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Astron. Astrophys. 328, 121-129 (1997)

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7. Stratified distribution of the interstellar medium

The distribution of the interstellar medium in the z direction perpendicular to the galactic plane is approximated with one or more Gaussian and exponential components (Dickey & Lockman, 1990). Here, we examine the expansion of bubbles in a medium with [FORMULA] stratification and discuss how the shell fragmentation is influenced.

For simplicity, we start with one Gaussian component

[EQUATION]

where [FORMULA] is the gaussian half-thickness of the disk. Later, the discussion will be extended also to multi-component disks.

The results of computer simulations are presented in Fig. 4, where the radius of the shell in the galactic plane r, the maximum distance of the shell to the galactic plane z and the maximum value of the fragmentation integral [FORMULA], are given as functions of time for different values of [FORMULA].

[FIGURE] Fig. 4. Radius r (a), vertical extension z (b) and the fragmentation integral [FORMULA] (c) as a function of time, and the shape of the shells after 20 Myr of expansion (d) for different values of [FORMULA]. Solid line: [FORMULA] pc, long dash line: [FORMULA] pc, short dash line [FORMULA] pc.

The time sequence of snapshots for the case of the thick disks, with [FORMULA] pc is shown in Fig. 5. The evolution is similar to the case of a homogeneous medium. Due to the density gradient perpendicular to the plane the shell is slightly stretched in the z -direction, which is shown with larger values of z in relation to r for given time. The instability belt, where the fragmentation conditions (3) and (7) are fulfilled grows with time, and before the time [FORMULA] in the most unstable parts near the galactic plane is reached, almost all the shell becomes unstable.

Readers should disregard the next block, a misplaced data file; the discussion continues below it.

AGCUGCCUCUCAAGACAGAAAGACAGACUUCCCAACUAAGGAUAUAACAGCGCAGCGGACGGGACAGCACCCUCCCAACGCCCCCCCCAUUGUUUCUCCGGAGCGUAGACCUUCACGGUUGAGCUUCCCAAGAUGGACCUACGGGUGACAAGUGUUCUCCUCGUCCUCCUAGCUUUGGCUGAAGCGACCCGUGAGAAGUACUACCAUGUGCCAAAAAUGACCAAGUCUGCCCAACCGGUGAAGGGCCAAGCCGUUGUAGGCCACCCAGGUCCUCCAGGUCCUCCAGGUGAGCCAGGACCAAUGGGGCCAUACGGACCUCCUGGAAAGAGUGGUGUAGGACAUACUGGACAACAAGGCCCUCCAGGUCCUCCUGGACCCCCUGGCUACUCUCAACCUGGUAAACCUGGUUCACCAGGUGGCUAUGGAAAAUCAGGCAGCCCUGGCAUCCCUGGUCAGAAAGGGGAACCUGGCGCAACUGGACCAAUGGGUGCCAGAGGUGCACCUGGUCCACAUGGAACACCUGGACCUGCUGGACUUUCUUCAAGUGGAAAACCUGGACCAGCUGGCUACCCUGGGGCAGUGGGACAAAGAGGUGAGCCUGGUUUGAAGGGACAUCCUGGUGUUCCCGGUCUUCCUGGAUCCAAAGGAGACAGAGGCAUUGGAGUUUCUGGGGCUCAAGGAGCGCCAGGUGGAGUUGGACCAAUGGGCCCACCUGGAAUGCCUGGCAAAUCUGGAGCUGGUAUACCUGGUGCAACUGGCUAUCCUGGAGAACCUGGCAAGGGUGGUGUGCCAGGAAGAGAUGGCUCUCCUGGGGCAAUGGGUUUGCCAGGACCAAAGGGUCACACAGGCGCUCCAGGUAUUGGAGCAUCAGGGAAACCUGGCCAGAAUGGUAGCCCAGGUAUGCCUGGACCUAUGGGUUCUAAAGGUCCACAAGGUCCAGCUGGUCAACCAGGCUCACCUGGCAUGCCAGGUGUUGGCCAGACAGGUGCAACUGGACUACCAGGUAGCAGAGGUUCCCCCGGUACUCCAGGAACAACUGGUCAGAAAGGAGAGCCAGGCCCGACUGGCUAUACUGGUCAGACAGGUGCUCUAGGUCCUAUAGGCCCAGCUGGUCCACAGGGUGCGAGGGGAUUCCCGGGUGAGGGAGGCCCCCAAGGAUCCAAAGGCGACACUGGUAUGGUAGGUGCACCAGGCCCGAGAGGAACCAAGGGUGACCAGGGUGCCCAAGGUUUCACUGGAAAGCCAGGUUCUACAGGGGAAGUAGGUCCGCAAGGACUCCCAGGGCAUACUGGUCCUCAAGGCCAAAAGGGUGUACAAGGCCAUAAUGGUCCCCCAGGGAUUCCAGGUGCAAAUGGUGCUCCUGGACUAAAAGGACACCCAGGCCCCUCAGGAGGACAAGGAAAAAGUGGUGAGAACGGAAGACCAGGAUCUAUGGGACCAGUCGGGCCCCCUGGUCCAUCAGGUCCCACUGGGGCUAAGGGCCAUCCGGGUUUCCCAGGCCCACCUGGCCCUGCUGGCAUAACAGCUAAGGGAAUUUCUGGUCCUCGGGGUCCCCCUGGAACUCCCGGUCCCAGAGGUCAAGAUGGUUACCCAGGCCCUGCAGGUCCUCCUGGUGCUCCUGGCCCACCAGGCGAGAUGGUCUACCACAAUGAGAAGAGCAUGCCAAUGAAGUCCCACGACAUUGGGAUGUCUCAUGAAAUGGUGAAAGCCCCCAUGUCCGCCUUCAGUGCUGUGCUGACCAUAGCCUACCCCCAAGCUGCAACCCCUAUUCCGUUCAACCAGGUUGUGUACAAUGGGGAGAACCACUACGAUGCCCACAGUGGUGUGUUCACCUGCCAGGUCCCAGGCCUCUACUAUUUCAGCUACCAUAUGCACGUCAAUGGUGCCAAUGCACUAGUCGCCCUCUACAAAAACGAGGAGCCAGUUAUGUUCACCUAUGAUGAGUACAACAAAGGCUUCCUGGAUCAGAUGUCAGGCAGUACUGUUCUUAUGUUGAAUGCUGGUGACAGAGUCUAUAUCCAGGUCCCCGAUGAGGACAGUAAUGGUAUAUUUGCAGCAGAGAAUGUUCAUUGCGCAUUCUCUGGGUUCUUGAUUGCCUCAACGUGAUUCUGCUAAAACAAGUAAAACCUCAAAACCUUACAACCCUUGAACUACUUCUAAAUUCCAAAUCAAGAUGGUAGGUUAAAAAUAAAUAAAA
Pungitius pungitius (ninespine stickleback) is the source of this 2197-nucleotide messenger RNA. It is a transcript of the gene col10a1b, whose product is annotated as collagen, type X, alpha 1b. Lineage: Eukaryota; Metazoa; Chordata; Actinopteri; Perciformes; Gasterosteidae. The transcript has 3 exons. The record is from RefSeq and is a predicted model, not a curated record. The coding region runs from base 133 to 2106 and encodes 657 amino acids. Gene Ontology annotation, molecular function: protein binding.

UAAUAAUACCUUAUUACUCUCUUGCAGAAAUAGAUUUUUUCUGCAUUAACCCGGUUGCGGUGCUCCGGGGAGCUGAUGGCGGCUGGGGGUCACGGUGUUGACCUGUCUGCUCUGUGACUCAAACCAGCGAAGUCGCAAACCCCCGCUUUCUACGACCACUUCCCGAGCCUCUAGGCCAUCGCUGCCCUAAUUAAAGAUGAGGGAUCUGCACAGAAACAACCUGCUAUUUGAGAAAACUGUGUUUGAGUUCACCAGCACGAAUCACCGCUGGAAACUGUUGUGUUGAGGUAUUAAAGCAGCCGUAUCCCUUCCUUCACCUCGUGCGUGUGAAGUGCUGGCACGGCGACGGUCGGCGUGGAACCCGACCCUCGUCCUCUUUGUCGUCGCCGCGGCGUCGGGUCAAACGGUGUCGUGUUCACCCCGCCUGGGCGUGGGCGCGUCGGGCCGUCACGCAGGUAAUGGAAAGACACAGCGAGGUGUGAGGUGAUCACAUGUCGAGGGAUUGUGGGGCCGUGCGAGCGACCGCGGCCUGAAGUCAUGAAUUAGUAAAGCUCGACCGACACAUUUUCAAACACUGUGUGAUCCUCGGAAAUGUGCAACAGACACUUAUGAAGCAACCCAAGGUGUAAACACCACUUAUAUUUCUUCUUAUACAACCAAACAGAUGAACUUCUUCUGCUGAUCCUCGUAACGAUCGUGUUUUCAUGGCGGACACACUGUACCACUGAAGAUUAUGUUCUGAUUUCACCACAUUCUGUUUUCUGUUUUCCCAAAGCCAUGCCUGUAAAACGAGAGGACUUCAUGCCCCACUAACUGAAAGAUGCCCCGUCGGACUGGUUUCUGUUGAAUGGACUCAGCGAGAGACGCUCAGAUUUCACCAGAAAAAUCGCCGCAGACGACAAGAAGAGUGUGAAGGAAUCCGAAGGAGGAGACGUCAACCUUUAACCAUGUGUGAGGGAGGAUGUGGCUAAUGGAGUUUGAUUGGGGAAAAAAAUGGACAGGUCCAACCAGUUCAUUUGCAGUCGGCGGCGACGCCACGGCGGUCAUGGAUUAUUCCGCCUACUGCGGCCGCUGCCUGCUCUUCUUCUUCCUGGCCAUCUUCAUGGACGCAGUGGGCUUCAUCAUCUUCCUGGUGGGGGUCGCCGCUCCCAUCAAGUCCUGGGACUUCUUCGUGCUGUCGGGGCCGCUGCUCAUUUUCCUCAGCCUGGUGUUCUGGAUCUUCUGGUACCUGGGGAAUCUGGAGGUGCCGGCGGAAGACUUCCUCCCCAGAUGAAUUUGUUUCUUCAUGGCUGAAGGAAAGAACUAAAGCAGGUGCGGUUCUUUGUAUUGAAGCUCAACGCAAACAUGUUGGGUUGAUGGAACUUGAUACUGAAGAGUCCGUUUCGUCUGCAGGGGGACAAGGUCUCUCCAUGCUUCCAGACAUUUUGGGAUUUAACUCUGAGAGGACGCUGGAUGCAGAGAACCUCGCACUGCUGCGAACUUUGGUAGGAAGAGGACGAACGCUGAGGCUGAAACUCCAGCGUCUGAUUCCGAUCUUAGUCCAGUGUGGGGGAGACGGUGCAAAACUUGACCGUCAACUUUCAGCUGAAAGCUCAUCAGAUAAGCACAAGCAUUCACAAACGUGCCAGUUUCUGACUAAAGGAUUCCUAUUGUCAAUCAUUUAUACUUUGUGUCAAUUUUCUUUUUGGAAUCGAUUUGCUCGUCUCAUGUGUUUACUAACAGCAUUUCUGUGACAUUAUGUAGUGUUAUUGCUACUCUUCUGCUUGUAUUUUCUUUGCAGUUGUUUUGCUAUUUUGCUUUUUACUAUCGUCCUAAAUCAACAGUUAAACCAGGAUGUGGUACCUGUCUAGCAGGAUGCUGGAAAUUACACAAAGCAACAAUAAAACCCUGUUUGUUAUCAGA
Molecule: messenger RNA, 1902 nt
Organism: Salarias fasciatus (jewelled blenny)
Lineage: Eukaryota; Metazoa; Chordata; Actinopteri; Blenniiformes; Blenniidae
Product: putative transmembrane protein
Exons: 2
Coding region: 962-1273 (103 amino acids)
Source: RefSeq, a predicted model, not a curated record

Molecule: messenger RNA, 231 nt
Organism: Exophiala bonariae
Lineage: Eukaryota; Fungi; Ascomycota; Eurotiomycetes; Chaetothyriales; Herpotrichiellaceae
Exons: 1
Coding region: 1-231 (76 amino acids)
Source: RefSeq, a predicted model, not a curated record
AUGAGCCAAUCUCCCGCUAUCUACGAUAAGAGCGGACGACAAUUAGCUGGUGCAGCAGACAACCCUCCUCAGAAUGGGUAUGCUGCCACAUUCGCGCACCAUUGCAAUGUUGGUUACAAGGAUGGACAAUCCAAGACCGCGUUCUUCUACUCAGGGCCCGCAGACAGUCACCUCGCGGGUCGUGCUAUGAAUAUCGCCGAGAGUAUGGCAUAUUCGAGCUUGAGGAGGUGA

[FIGURE] Fig. 5. The time sequences of shell expansion in the one component thick gaussian disk with [FORMULA] = 500 pc. The snapshots are for t = 10, 20, 30, 40 and 50 Myr. A black color shows regions where the value of fragmentation integral [FORMULA] = 0, a white color shows regions where the value [FORMULA]. The black line has a length of 1 kpc.

In disks of medium thickness, [FORMULA] pc, the shells are rather elongated reaching [FORMULA] kpc, and the instability belt is restricted to [FORMULA] pc only. Parts of the shell at larger heights are always gravitationally stable.

In thin disks, [FORMULA] pc the bubble blows out to [FORMULA] 3 - 4 kpc. It is always stable, even near to the galactic plane. There the instability conditions are fulfilled at some time, however the shell decelerates to the speed of sound well before [FORMULA] and the fragments reexpand (see Fig. 4).

For a comparison, a multi-component disk as proposed for the solar vicinity in the Milky Way by Dickey & Lockman (1990) was tested. The z distribution of interstellar medium is given as

[EQUATION]

where [FORMULA] = 212 pc, [FORMULA] = 530 pc and [FORMULA] = 403 pc. This multi-component disk is compared to a disk with only one gaussian or one exponential component of the scale-heights 200 pc. All the three disks have the same surface density [FORMULA]. The results of simulations are shown in Fig. 6. In the multi-component disk the shells reach smaller distances from the galactic plane than in disks with one gaussian or exponential component, and the fragmentation integrals evolve with time in a similar way as in the case of the disk with one gaussian component.

[FIGURE] Fig. 6. The value of r, z and [FORMULA] are given as functions of time. Solid line: multi-component disk; long dash line: one component exponential disk; short dash line: one component gaussian disk.
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© European Southern Observatory (ESO) 1997

Online publication: March 24, 1998

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